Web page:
Today I thought I'd talk about goal setting and motivation, since we're all freshly into our New Year's resolutions and Laurie has posted her helpful tips on achievable goals. So I'm going to share a few things I'm continuing to use and new things I'm trying.
I no longer set resolutions. I found I never kept to them, and then felt down about such failure. So for the past couple of years I've listed what I hope to achieve for the year (with the caveat that these are not set in stone, and in the unpredictable world of publishing that new contracts, editing and release dates may take priority over writing schedules, as well as real life stuff taking over). Then at the end of the year I reflect on how I've done compared to my hopes. Toward the end of 2013, I felt I'd underachieved on the writing side, only to add up my works from over the year to a not unimpressive 100K total (approx).
So, for 2014 I've decided to keep a record of what I've written and when, hopefully giving me a more accurate word count for the year by the end. Thanks to Laurel Kriegler's example, I have a spreadsheet all set up with my current WIPs and their word count as of 31/12/13 (UK date). I'm also going to keep track of how many pieces I edit. Editing is probably one of the most time consuming, intense, and emotionally draining parts of the publishing process, and I think it'll be important to my moral to see how much I've done in that respect. Again, I'll be setting up another spreadsheet of titles, starting and finishing word count, and perhaps how many hours/days I spend on each MS. These are the two new things I'll be recording.
But the other thing I've used over the last year, and that I've found help track and even motivate my progress is word count meters. I use these ones here and keep them down the left hand side bar of my blog. I didn't make much use of them in 2012, but last year I found updating these little bars and watching them creep, or sometimes leap, toward my estimated total only encouraged me to write more. It's probably some psychological thing. Whatever, it's like the graph on NaNoWriMo. I feel competitive enough to not want my stats to drop under the line that charts the daily word target (yes, even though I haven't hit the 50K after four attempts. Seriously, it doesn't bother me. I still ended up with a ton of new words) but without getting too despondent if I don't make it. A story has to hit 2K before it gets a meter, and my target will depend on if I've already decided it'll be a short or not. I'm not always right. The one I started the last NaNoWriMo with went from 10K to 30, and is currently sitting at 43K in revision. The thing is, that doesn't matter. Getting the words down is the important thing.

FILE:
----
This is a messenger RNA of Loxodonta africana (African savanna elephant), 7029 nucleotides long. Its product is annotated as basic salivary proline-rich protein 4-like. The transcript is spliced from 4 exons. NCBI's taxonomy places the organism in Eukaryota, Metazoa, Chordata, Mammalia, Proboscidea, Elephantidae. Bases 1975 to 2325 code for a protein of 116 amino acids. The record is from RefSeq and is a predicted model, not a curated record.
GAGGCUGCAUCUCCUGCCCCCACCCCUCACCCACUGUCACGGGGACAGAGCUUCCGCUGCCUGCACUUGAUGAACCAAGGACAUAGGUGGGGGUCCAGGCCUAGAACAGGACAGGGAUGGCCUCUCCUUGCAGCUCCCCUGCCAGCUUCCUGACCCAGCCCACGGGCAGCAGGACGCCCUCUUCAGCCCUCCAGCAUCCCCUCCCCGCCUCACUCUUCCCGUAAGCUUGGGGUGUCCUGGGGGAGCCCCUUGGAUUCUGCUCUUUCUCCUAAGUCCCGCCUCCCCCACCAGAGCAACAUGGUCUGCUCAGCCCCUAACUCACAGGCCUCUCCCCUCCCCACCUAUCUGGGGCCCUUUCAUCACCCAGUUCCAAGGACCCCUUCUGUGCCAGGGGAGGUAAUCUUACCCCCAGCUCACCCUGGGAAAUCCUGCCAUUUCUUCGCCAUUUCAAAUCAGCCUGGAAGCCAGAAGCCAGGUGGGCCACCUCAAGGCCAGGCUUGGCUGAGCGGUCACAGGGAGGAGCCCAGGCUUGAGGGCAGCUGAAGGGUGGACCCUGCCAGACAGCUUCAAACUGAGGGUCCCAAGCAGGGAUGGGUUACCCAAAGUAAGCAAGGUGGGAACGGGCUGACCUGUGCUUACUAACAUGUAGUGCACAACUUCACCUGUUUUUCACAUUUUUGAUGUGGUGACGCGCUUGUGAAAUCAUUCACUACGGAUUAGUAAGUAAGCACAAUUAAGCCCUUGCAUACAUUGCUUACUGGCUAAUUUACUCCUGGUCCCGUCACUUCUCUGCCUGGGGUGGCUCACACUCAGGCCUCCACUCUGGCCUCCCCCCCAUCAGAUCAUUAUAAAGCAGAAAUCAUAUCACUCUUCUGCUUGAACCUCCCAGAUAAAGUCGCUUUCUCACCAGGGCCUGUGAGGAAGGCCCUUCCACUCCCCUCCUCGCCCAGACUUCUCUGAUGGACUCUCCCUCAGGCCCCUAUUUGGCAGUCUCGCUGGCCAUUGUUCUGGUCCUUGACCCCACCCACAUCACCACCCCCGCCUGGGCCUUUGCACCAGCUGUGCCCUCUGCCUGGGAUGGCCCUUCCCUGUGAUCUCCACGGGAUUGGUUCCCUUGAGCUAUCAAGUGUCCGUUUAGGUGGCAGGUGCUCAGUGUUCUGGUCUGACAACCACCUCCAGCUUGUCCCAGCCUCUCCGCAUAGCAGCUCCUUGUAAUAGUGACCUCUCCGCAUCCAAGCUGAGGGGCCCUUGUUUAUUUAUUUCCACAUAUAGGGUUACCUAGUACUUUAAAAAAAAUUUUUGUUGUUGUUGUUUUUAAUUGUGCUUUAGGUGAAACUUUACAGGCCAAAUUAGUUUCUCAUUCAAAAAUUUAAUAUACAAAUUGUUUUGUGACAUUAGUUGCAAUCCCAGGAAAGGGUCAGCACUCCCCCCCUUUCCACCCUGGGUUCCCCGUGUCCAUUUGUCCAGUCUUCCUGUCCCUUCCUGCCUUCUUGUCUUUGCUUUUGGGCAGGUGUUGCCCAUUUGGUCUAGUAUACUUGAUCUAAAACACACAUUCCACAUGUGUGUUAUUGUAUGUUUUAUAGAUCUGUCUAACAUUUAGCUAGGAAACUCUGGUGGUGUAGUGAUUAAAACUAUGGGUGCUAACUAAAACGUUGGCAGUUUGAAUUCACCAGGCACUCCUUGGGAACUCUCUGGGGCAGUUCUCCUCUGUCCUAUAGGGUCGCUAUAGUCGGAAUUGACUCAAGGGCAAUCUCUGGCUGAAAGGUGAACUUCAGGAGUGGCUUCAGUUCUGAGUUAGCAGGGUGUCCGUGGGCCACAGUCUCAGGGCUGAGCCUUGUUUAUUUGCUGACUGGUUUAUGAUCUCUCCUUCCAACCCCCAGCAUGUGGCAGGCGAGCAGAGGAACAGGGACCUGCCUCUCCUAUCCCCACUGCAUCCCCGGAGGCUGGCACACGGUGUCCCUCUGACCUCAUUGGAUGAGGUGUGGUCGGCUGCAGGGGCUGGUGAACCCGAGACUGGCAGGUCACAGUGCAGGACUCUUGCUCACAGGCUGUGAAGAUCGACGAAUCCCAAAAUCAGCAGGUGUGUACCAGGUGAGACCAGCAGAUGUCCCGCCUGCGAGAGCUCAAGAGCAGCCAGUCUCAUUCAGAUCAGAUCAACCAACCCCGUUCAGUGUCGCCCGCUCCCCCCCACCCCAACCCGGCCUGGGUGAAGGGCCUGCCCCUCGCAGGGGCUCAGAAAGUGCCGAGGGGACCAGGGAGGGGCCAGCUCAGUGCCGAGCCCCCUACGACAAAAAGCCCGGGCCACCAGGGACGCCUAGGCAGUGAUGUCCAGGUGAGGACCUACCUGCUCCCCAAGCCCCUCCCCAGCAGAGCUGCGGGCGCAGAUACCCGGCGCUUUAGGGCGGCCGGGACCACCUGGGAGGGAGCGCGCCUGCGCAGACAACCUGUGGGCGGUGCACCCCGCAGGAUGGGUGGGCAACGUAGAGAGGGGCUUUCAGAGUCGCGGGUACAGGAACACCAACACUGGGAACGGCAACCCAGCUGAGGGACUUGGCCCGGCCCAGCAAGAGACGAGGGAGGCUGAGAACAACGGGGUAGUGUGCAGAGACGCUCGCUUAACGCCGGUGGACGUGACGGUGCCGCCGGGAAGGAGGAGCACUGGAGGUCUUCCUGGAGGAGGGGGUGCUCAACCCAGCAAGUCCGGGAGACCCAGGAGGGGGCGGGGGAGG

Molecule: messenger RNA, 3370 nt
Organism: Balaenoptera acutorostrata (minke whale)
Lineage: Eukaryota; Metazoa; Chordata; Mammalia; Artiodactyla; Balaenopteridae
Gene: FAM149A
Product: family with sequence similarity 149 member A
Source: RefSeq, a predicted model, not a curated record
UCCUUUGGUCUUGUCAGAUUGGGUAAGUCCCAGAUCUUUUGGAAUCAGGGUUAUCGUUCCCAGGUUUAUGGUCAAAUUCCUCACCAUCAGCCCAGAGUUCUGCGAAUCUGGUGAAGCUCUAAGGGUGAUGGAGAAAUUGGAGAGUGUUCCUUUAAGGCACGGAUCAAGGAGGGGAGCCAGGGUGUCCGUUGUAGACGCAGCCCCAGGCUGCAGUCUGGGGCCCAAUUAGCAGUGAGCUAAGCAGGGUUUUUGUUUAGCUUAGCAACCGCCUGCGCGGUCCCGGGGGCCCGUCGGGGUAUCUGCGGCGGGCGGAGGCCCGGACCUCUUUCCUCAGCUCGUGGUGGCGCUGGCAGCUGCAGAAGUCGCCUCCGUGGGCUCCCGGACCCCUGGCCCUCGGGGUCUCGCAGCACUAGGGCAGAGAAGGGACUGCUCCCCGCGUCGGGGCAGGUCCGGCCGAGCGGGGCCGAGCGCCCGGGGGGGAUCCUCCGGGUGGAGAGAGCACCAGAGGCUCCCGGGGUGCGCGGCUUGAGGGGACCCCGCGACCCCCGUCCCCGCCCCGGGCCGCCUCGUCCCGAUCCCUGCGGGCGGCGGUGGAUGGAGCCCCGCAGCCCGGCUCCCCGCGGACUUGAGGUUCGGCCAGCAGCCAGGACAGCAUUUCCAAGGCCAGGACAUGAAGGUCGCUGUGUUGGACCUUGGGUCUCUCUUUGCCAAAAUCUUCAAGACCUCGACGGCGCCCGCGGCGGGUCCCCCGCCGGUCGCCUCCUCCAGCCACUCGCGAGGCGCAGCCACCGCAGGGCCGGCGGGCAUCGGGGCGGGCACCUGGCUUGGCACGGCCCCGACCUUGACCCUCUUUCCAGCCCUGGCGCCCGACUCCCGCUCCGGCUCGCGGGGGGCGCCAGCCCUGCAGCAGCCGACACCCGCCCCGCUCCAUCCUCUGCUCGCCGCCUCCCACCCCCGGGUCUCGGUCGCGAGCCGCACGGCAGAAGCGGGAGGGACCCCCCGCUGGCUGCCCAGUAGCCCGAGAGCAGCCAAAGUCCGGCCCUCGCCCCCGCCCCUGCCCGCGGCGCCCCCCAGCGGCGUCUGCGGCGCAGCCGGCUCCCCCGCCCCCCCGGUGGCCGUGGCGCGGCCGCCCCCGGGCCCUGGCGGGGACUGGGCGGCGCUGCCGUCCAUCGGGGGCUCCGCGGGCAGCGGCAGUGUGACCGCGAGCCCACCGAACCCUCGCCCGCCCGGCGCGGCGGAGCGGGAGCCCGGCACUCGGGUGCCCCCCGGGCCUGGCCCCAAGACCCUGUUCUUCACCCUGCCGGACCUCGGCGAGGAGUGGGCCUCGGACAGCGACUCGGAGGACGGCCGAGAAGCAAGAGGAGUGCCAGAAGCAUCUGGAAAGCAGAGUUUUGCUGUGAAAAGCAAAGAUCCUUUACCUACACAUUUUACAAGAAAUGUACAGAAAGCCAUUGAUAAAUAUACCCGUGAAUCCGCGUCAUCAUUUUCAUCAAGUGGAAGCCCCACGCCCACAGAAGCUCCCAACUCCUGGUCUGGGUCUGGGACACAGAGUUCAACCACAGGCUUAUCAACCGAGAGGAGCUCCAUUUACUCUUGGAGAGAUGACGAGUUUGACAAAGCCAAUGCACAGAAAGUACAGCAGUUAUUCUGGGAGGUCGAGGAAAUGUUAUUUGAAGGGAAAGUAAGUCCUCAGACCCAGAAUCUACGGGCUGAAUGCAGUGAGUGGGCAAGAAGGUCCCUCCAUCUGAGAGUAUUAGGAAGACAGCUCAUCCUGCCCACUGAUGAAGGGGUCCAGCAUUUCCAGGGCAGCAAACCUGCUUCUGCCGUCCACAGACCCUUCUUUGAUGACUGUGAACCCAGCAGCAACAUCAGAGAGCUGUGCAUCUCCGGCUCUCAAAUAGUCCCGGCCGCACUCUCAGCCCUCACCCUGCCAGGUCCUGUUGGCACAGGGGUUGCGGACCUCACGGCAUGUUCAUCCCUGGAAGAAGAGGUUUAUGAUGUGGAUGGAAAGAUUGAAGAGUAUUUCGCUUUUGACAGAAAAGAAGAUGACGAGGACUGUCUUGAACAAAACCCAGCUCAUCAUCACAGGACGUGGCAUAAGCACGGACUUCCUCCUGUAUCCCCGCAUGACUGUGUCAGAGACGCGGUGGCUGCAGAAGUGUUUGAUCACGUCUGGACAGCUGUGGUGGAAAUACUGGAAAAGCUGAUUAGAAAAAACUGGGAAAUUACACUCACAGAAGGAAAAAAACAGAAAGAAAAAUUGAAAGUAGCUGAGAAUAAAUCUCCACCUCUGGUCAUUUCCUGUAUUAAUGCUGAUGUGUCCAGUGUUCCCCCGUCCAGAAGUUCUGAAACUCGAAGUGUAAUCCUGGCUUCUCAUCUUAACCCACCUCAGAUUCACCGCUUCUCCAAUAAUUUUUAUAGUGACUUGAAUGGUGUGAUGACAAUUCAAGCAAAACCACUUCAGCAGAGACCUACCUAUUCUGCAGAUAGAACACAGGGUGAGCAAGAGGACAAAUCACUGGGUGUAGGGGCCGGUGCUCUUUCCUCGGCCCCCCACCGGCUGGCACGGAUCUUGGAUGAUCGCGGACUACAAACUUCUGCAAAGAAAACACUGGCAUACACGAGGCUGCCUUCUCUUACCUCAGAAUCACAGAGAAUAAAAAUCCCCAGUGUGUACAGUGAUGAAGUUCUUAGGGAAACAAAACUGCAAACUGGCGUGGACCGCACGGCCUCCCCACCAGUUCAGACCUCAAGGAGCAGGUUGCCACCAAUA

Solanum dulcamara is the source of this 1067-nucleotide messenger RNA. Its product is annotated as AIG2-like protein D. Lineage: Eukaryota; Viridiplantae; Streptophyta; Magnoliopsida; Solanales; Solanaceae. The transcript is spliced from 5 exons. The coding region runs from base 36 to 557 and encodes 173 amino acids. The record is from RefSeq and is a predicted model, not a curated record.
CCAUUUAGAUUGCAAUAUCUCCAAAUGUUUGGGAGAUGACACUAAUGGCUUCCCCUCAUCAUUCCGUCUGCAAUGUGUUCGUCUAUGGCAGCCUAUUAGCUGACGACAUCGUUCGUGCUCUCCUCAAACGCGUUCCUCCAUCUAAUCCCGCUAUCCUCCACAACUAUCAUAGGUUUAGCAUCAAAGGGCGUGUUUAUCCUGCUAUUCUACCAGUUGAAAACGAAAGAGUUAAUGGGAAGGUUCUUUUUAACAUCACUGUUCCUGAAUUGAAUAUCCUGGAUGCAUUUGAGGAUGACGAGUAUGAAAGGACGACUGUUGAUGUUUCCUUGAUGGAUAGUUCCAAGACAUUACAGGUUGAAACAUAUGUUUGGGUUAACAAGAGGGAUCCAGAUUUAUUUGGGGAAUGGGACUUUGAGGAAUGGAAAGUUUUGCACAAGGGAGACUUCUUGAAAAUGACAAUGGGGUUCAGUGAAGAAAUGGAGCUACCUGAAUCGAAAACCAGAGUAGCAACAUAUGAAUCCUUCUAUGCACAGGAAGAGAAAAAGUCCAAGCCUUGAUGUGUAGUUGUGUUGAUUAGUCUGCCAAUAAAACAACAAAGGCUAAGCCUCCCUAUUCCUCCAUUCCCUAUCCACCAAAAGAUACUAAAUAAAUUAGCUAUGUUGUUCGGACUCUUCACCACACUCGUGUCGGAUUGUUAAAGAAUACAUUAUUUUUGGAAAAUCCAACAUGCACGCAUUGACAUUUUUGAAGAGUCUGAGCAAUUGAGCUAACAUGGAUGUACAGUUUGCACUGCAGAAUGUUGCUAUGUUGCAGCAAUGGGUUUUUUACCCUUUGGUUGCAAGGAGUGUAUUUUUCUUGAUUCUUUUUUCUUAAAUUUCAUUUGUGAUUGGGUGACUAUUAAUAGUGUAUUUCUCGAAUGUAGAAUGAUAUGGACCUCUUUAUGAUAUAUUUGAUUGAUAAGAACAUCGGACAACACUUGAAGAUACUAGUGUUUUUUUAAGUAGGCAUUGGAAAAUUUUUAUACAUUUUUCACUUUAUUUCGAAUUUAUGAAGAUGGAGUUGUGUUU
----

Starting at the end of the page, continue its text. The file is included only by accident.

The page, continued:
And that's probably the big thing that I really learnt last year. It doesn't matter how weird the story is, or the word count, or the genre, or how fast or slow I do it. Putting the words on paper or my computer is the important thing. It's far easier to fix a page of something you think is trash than to stare at a blank page. Last year I did my first holiday themed story, my first paranormal, and my first zombie story. I can't wait to see what comes out next!
Whatever it is, I'm not going to stress over setting unreasonable deadlines or targets, and neither should you. If you find yourself constantly failing to reach goals you've set yourself, perhaps you're setting the bar too high. Hopes are one thing. Saying you are going to have this done and that done without taking other things into account is almost sabotage. And be prepared to reassess your goals maybe once a month. Maybe you lost a week from illness, or your computer died. Shift things accordingly. I know at some point I'll have edits coming, and publishing deadlines. I've already committed myself to releasing two short stories toward the end of the year, so they will take some priority. I have three kids, so school holidays and weekends have to be counted as non-writing days. I can't predict illness or getting a new book contract. Check out Laurie's tips here. Cut yourself some slack, and maybe set yourself little rewards if you make or even beat a deadline you set for yourself. Good luck!
The New Year started with a bang for me, and not just the fireworks. An exploding washing machine and a faulty boiler were merely the harbingers for something totally unexpected and shocking, though not bad as such. However, it has meant a sudden and major change to my writing/publishing plans for the year, and I'm still reeling. Stay tuned! In the meantime, I'm busy revising the freaky NaNoWriMo story that I have a request on, and waiting for news on a submission. All I can currently guarantee for this year are my two short story releases in October and November.
LIGHTSPEED MAGAZINE is once again OPEN TO SUBMISSIONS!
As you might know, this year the magazine is doing a Women Destroy Science Fiction special. Get those short stories in!
Have you checked out and downloaded the list of free SciFi romance stories listed here? After the expense of Christmas and the sales, it's a fabulous chance to fill out your Kindle at no cost.